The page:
Most Membership organisations focus on service delivery and onboarding new members, letting member retention fall to the bottom of the pile in the process. Member retention is sometimes seen as a bit of a black art, with many people disagreeing with the best way to go about achieving this.
The key to understanding membership retention is to start by looking at membership engagement. Member engagement is essentially how much and in which ways, members connect with your organisation its services and content.
The more members engage, the better your retention will be, it’s as simple as that. When trying to improve retention, the first step is to measure membership engagement, you can’t control what you don’t measure. In order to measure engagement, you also need to measure membership attrition, in other words, the number of members you lose.
A substantial amount of Member engagement is now being carried out online, therefore in this article we’ll look at simple ways of measuring member engagement online.
There are many things you can measure, and different membership organisations will differ in what makes a good engagement metric, but here are some ideas to get started:
- Which member only content is the most popular?
- How much is the membership portal used?
- How well attended are your events?
- How much is your website used?
Member only content
Most organisations have different content for members only and will have a different approach to the content, but the core questions should remain the same. Which content do members value the most? Which content is of interest and which isn’t? How do I find out this information from our members?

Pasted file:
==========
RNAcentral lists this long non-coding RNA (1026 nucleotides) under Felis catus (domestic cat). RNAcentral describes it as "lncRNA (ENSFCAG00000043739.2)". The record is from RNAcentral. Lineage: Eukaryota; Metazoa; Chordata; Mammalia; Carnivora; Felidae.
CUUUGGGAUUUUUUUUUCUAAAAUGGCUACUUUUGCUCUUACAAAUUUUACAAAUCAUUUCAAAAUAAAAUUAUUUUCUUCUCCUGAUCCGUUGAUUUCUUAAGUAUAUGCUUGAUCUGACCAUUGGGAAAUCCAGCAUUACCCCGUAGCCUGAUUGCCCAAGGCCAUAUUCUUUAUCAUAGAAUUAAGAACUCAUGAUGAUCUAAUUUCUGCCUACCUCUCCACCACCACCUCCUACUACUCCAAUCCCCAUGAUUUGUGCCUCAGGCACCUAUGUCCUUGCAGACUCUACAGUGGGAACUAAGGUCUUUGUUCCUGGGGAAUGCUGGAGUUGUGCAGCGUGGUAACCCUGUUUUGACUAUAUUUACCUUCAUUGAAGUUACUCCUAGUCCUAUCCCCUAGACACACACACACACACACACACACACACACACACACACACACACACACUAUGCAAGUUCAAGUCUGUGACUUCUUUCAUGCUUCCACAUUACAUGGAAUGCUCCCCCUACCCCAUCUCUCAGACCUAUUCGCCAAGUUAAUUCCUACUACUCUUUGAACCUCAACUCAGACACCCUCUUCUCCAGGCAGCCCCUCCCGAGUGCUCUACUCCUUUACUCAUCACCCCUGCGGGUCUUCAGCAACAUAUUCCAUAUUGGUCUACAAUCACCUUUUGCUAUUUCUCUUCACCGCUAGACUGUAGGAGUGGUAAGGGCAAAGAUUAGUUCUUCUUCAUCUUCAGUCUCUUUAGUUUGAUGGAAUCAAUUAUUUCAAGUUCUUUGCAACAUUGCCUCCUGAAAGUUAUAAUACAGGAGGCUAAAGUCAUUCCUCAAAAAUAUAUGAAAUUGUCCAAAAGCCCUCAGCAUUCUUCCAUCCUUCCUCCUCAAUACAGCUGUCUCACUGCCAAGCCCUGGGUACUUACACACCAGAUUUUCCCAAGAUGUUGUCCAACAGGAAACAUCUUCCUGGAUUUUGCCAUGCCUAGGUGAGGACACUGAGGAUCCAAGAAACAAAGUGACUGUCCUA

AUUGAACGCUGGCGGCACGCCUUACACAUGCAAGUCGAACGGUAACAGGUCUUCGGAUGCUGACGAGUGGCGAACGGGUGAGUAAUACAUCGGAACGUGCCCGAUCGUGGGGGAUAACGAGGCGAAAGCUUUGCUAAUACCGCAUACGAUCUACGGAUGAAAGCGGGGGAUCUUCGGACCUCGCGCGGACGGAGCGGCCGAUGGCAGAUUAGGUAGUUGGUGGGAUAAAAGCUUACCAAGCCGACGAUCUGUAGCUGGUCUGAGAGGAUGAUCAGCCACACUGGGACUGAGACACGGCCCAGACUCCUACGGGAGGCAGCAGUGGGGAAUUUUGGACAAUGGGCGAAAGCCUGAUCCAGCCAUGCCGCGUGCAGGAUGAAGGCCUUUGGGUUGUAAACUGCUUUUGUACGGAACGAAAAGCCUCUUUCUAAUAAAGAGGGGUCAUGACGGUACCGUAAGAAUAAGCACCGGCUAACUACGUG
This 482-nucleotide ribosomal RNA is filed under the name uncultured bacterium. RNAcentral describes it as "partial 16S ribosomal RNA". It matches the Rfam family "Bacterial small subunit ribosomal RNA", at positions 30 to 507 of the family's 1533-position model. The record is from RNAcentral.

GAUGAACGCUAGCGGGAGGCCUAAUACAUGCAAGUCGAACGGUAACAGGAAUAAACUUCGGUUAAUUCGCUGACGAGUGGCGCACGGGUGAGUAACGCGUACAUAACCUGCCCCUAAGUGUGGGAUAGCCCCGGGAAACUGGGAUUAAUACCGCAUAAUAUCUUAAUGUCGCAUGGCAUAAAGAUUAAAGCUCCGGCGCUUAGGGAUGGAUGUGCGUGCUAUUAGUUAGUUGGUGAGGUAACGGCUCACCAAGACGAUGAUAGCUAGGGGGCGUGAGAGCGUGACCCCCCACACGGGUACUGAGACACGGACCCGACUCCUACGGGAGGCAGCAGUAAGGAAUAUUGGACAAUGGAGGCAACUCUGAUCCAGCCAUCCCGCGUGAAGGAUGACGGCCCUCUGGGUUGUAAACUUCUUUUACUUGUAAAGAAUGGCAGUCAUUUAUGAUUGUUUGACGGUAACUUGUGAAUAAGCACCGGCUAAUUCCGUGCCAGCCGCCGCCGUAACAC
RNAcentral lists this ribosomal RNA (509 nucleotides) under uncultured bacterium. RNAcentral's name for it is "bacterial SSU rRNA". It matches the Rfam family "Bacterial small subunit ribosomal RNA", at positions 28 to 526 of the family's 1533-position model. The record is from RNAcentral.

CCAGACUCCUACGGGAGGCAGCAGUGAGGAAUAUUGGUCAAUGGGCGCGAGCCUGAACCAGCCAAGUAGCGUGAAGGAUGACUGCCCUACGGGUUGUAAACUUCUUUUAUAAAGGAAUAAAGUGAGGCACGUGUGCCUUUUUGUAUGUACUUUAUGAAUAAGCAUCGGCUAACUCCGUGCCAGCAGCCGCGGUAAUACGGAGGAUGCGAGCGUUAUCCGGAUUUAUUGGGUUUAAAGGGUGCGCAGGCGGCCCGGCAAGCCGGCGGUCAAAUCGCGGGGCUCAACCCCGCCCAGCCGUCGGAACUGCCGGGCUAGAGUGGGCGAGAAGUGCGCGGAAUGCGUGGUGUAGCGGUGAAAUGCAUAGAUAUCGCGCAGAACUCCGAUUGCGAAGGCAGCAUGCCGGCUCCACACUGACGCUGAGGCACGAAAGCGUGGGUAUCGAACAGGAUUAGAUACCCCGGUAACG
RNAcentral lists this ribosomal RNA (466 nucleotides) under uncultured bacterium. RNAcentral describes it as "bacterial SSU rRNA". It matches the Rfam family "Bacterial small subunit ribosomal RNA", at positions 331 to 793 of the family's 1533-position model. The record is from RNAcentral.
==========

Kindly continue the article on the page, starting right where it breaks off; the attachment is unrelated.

Most membership systems allow you to track which content is being viewed and which documents are being downloaded. This can be achieved by using an analytics program.
In order to access member services, members will usually log in to a member only portal. Once a member is logged in, the system is able to identify them. The system is therefore also able to monitor the members activity. The level and type of activity will give you a good idea on each members level of engagement. This kind of monitoring can include, how often members log in, how long they stay and how many different areas they access.
The obvious measurement of event attendance is how many people attended against how many tickets you released. However, there’s a bigger picture here.
Who’s specifically attending your events? Are you attracting new attendees? Are members re-attending events? What percentage of your membership base are attending? Is there a trend such as a particular membership level that attend over all others?
Once you have data on all of the above you will have more to work with when you actually engage with them.